In this series, Healthcare Design magazine asks leading healthcare design professionals, firms, and owners to tell us what’s got their attention and share some ideas on the subject.

Here, Walter Jones, senior vice president of facilities planning and development, Parkland Hospital (Dallas), shares some insights on current healthcare design directions and trends and their application to the design of Parkland’s replacement facility, currently the largest healthcare project under construction in the U.S.

1. Evolving operations

A new building offers an opportunity to examine all aspects of an organization’s operations and procedures that might be improved by the removal of the physical barriers of an outdated facility. However, this “blank sheet of paper” opportunity can cause end users to “go blank” when asked, “How could you do what you do better if all barriers were removed?”  After all, the organization and its staff may have been meeting or exceeding benchmarks, performance measures, and scorings. So why change? The challenge is to show how using today’s evidence-based, patient-centered, healing concepts can help a facility contribute to patient care, healing, and recovery.

2. Remembering visitor safety

Patient safety leads the basis for healthcare design efforts. Many new healthcare facilities are going with an all-private room environment, where family and visitors are encouraged to reside and thus provide another level of safety through their observation. But do current designs provide a safe visitor environment, too?  Is obesity, for example, more prevalent only in your patient population, or are visitors following the same trend and, therefore, requiring some of the same considerations for safe accommodations? Safety must extend to all the populations using the facility.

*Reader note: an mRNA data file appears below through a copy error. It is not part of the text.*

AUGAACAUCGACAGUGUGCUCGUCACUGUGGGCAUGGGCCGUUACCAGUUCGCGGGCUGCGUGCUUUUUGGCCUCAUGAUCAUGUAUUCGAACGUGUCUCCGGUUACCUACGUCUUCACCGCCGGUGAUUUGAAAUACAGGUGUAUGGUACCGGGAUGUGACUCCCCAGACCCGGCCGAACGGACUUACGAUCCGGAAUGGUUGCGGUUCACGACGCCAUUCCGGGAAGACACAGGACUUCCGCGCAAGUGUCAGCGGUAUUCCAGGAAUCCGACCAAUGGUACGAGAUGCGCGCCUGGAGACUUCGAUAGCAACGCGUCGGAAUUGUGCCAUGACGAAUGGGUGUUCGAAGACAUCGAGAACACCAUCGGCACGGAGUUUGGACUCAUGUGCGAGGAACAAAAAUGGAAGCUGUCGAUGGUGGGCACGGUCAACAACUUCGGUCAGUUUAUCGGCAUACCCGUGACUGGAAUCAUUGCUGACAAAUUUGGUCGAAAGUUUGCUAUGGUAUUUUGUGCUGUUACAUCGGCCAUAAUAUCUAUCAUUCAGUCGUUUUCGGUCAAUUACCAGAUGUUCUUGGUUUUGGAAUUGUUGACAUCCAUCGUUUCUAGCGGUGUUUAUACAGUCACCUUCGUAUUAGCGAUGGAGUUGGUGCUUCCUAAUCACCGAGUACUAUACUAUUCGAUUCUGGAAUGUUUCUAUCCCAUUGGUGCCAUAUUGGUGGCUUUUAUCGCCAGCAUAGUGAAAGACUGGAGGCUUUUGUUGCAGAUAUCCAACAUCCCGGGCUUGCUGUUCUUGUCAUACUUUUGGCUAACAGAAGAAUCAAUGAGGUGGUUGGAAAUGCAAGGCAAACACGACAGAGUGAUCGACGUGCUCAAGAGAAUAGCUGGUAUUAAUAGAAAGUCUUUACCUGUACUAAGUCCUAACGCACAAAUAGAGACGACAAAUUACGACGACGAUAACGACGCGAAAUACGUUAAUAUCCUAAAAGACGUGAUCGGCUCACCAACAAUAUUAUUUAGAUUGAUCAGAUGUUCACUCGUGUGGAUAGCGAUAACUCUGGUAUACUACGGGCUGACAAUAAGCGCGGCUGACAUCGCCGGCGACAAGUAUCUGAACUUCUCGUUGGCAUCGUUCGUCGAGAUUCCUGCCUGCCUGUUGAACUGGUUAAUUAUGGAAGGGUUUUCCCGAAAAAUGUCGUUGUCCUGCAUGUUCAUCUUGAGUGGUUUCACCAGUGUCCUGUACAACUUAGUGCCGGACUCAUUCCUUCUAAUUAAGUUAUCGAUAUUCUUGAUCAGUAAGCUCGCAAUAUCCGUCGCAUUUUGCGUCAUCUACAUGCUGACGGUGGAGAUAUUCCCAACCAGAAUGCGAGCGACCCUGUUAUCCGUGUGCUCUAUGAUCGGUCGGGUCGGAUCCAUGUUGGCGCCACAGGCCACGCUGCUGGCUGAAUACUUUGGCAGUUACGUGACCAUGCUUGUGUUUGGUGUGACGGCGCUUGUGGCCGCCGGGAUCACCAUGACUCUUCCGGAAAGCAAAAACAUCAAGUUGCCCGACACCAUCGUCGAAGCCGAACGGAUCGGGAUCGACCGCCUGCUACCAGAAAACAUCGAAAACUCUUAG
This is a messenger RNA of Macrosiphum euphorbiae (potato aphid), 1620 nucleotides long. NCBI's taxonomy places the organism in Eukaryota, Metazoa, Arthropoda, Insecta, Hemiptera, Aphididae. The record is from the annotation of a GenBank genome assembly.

3. Flexibility in an every-changing world

The 865 patient rooms for the new Parkland Hospital will allow for virtually any service to occupy them, with some slight modifications for specialized equipment. The rooms are same sized and same handed, in similarly organized nursing units throughout the building. Contrary to assumptions that flex increases cost, the repetitive nature of the room and nurse unit design and construction allowed the fabrication of like elements (millwork, etc.) and promoted the use of prefabrication for headwalls and bathrooms, which kept costs within normal ranges. Other major healthcare projects have seen similar cost savings due to all room elements having identical and repetitive construction.

4. Making green dollars and sense

With the U.S. Green Building Council’s approval of LEED v4, the direction to be more environmentally sustainable continues to become more mainstream. Integrating, rather than distinguishing, sustainable strategies and techniques as part of the customary design process makes them less likely to be omitted from a project. Green becomes less specifically environmental and more inclusively dollars and sense.

5. Redefining technology needs

The forces of technological convergence and mobility are placing more powerful tools in the hands and pockets of the care-giving staff. The design standards for the needed space, infrastructure, and budget allotment for the hardware to support this real-time, 24/7 IT network will need to be redefined if they are to adapt to ongoing expansion.

Walter Jones

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